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From Denis Magda <dma...@apache.org>
Subject Re: Starting with missing PDS pieces
Date Thu, 07 Feb 2019 00:08:43 GMT
Hi Stan,

2b. cp/ shows that db/ is in an inconsistent state (ignite was stopped in
> the middle of a checkpoint)

Is it correct to say that the above is the most common scenario nowadays?
Assuming that index files corruption falls into this category. At least, we
can print out a message suggesting to remove indexes as a recovery attempt.
What's about that?

Also, I remember that Alex Goncharuk was proposing a data recovery tool
which might apply WALs and make cluster recoverable. Alex, could you remind
us about this?

Do you see other scenarios firing off in production?


On Mon, Feb 4, 2019 at 12:34 AM Stanislav Lukyanov <stanlukyanov@gmail.com>

> Hi Igniters,
> I’d like to talk about Ignite startup when we have some of the persistence
> files missing.
> This is related to the topic “Ignite index corruption issue ->
> unrecoverable cluster” that is discussed nearby,
> but not exactly the same – I’d like to avoid talking about indexes for now
> (let’s think of them as of normal partition files)
> and focus on possible behavioral changes, not documentation.
> We have three parts of the persistent storage:
> - db/ - partition files
> - cp/ - checkpoint markers
> - wal/ - write-ahead log (let’s not make a disctinction between wal/ and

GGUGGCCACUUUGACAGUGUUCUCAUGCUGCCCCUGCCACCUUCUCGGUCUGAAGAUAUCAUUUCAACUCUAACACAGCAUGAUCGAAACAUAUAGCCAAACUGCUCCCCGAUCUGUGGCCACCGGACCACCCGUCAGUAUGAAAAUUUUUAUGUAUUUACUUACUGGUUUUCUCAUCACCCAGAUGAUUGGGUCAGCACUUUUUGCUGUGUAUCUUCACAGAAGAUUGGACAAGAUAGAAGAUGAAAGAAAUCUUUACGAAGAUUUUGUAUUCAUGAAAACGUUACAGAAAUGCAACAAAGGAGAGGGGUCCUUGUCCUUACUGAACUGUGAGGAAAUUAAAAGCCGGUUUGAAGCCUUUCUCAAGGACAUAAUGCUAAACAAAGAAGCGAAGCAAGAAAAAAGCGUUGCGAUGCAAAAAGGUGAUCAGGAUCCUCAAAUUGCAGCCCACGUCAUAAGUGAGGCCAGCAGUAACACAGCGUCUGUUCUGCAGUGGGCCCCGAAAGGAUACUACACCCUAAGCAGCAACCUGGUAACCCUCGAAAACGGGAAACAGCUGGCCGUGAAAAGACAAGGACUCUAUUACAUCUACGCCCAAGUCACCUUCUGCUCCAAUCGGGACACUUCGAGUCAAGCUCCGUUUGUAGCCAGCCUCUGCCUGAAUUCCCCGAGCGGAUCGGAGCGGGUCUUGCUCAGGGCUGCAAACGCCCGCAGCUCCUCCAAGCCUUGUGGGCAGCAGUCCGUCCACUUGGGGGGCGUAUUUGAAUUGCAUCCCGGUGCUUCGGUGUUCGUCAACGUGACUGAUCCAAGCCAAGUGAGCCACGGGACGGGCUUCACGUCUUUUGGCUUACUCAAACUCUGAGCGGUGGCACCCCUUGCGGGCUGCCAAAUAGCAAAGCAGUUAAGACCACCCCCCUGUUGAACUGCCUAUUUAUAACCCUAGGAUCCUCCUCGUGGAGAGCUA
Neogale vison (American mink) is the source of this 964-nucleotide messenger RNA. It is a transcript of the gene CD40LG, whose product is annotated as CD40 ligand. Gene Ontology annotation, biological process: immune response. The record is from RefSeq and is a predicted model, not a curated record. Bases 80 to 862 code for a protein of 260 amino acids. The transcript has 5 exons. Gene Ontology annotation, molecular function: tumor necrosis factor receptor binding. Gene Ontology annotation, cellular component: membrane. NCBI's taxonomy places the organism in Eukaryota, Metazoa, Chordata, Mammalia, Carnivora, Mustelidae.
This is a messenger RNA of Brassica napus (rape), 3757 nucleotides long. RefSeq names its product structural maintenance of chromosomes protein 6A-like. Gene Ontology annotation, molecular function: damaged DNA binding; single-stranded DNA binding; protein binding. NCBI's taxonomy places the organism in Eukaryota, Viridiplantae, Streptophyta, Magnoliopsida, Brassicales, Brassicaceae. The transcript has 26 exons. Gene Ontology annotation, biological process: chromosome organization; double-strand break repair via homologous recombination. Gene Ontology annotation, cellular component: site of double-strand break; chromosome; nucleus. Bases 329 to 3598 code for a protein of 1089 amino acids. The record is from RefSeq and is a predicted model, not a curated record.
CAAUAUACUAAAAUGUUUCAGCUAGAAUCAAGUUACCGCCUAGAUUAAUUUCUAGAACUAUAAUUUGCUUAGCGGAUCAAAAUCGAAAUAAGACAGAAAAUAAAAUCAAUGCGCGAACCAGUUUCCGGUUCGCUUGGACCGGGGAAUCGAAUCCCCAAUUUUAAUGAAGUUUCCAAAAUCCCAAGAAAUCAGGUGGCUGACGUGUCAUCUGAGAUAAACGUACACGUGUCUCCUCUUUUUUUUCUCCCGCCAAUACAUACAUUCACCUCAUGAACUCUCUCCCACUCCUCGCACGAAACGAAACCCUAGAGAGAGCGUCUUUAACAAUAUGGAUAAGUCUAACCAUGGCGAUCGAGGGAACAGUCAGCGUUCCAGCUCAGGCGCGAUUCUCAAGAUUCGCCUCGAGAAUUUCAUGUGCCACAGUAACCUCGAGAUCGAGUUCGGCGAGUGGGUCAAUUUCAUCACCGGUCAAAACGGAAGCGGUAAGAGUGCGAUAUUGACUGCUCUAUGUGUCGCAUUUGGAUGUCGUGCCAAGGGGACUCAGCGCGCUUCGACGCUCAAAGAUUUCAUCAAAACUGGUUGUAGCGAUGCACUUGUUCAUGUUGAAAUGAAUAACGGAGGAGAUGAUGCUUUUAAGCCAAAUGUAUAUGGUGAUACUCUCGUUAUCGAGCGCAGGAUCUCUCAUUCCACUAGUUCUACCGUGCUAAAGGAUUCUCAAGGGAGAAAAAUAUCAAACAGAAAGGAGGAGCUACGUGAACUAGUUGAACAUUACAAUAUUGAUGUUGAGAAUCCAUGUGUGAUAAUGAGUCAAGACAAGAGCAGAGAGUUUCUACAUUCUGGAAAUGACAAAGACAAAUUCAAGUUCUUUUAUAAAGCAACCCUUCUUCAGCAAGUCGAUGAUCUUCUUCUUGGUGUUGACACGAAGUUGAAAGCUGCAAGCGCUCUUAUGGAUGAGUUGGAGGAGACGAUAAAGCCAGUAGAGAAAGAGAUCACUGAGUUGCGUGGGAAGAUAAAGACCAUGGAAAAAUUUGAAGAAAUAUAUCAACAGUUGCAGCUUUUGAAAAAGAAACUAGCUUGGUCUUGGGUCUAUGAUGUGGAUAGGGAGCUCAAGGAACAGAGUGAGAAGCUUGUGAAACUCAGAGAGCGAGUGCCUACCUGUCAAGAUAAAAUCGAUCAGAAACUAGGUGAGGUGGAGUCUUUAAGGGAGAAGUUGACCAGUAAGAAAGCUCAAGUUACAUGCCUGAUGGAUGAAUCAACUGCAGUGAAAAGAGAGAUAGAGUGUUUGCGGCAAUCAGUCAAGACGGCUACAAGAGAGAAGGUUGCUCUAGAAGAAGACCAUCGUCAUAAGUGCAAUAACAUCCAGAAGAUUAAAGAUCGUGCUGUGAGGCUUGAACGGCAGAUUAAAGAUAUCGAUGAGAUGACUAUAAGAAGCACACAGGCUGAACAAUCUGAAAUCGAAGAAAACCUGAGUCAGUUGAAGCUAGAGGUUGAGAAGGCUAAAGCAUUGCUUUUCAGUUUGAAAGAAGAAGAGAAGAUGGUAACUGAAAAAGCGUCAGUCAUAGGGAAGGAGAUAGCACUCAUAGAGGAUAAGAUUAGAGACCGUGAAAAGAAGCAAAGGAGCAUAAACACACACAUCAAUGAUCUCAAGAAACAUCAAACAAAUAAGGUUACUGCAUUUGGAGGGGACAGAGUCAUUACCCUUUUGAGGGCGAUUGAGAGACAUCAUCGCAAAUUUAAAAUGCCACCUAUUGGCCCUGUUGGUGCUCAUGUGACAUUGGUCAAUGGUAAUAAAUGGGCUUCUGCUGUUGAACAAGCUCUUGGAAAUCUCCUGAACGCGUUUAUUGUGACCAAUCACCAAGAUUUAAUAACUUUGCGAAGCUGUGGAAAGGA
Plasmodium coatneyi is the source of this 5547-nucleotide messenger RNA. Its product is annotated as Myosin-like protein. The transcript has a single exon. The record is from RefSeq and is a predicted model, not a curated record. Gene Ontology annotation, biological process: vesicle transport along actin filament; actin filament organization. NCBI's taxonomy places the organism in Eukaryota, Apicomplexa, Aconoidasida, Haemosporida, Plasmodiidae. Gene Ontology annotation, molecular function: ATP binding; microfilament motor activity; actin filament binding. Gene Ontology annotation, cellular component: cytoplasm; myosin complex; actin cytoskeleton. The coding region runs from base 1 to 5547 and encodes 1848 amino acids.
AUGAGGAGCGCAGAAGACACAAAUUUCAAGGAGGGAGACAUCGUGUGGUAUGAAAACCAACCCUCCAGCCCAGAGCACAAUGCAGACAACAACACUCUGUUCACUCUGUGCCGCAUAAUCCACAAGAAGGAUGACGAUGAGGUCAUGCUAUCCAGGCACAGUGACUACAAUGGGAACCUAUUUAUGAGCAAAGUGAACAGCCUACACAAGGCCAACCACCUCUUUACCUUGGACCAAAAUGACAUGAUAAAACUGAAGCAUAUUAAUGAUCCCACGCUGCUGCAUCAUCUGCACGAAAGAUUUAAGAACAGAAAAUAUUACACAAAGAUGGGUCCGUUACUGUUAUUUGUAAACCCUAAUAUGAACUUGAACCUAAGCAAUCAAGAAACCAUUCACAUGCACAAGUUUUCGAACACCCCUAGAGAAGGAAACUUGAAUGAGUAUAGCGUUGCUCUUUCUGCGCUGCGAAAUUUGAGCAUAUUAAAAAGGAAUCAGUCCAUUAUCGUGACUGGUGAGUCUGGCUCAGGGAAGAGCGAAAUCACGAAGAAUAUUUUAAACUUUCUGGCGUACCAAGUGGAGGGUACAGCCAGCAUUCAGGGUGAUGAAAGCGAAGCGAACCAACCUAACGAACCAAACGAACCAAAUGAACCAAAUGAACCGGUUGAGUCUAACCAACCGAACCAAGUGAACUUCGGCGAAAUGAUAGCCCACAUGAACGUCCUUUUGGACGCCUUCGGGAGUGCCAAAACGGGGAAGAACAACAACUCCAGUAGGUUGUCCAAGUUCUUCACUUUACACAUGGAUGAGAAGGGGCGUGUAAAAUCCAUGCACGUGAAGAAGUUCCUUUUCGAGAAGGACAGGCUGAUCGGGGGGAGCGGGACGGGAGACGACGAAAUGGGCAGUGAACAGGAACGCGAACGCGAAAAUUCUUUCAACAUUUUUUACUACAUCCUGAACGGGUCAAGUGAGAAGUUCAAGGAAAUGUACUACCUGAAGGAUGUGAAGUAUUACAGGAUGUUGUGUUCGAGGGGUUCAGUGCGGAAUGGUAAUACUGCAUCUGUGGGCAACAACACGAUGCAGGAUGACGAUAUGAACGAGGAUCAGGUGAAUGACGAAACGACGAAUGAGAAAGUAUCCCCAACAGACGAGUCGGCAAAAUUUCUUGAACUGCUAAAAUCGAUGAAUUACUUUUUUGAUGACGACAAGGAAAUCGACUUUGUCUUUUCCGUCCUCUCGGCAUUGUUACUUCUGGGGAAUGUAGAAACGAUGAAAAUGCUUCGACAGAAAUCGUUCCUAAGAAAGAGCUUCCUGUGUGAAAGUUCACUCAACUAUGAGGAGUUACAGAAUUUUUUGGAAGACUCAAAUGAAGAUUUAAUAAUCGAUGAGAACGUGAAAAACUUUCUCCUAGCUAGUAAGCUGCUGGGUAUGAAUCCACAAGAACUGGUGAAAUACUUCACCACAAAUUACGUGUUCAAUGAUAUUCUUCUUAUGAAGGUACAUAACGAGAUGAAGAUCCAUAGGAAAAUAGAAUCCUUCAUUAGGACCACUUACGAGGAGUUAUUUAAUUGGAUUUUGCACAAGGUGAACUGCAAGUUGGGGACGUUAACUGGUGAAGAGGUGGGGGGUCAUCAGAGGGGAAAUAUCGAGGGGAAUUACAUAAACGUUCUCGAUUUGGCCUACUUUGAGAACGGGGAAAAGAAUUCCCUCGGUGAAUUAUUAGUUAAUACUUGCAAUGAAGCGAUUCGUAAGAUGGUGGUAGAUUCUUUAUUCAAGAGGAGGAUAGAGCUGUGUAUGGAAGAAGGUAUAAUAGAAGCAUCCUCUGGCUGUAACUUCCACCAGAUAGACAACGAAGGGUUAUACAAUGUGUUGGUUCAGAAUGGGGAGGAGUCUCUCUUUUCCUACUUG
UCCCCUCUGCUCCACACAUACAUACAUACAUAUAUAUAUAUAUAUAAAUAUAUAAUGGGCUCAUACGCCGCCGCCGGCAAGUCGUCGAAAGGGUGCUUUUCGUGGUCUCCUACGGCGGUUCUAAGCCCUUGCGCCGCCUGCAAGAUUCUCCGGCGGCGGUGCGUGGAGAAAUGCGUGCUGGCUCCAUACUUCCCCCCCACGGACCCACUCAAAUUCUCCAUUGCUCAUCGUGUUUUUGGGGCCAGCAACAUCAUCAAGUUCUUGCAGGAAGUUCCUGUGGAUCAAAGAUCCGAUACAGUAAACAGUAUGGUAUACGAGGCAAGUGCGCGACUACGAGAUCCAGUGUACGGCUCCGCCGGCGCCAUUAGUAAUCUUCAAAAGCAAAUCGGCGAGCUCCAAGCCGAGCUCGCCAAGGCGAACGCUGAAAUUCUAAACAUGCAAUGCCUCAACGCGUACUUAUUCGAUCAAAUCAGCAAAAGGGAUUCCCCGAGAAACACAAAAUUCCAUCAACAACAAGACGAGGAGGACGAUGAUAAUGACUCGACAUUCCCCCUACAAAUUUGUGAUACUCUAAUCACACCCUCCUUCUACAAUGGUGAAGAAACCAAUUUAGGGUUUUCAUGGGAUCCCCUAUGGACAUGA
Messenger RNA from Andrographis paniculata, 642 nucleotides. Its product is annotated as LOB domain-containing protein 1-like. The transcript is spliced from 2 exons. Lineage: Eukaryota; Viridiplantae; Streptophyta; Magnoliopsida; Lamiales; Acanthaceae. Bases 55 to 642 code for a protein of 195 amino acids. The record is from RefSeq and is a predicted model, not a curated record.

> wal/archive/ for now)
> What if some of these pieces is missing? Currently we don’t handle it that
> well, but experience shows that
> bugs exist, disks fail and users make mistakes – all of which leads to
> files becoming inaccessible.
> For starters, let’s not talk about missing db/ - If we’ve lost the base of
> our PDS we’re in trouble, that’s understandable.
> Here are the cases I’d like to discuss:
> 1. db/ is OK, cp/ and wal/ are completely missing.
> This isn’t really too likely to happen due to a disk failure since cp/ is
> stored together with db/.
> But a user’s mistake or a bug in Ignite might lead this.
> Current behavior (AFAIK): Ignite doesn’t start.
> I guess the current behavior is fine - we don’t know if the data is
> consistent (if we were in the middle of a checkpoint or no),
> so let’s not even try to use it.
> But a user might want to still start with at least something (or may know
> for sure that the data is consistent) – perhaps we could
> allow that we some flag/option like “--force”.
> 2. db and cp are OK, wal is missing.
> This is a highly likely situation – after all, we suggest that users have
> a WAL on a separate disk (that may fail).
> Because of that I think we should really be well-prepared for this.
> There are two cases:
> 2a. cp/ shows that db/ is in a consistent state (Ignite was stopped not in
> the middle of a checkpoint)
> Current behavior (AFAIK): Ignite doesn’t start.
> We could (almost) safely start here – the data is consistent after all.
> Might require the user to acknowledge that
> the start Is without WAL (so we might’ve lost some updates of the last
> checkpoint) by using, again, “--force".
> 2b. cp/ shows that db/ is in an inconsistent state (ignite was stopped in
> the middle of a checkpoint)
> Current behavior (AFAIK): Ignite doesn’t start.
> Current behavior is OK – we’re in an inconsistent state, so let’s not
> start. It is a question of whether to allow a force-start in this case.
> 3. db and wal are OK, cp is missing.
> Current behavior (AFAIK): Ignite will start.
> The current behavior is really awkward. Since we don’t have cp/, we don’t
> have a way to map wal/ to the state of db/, so it is as good as missing.
> I’d have the same behavior here as in the case 1.
> Thanks,
> Stan

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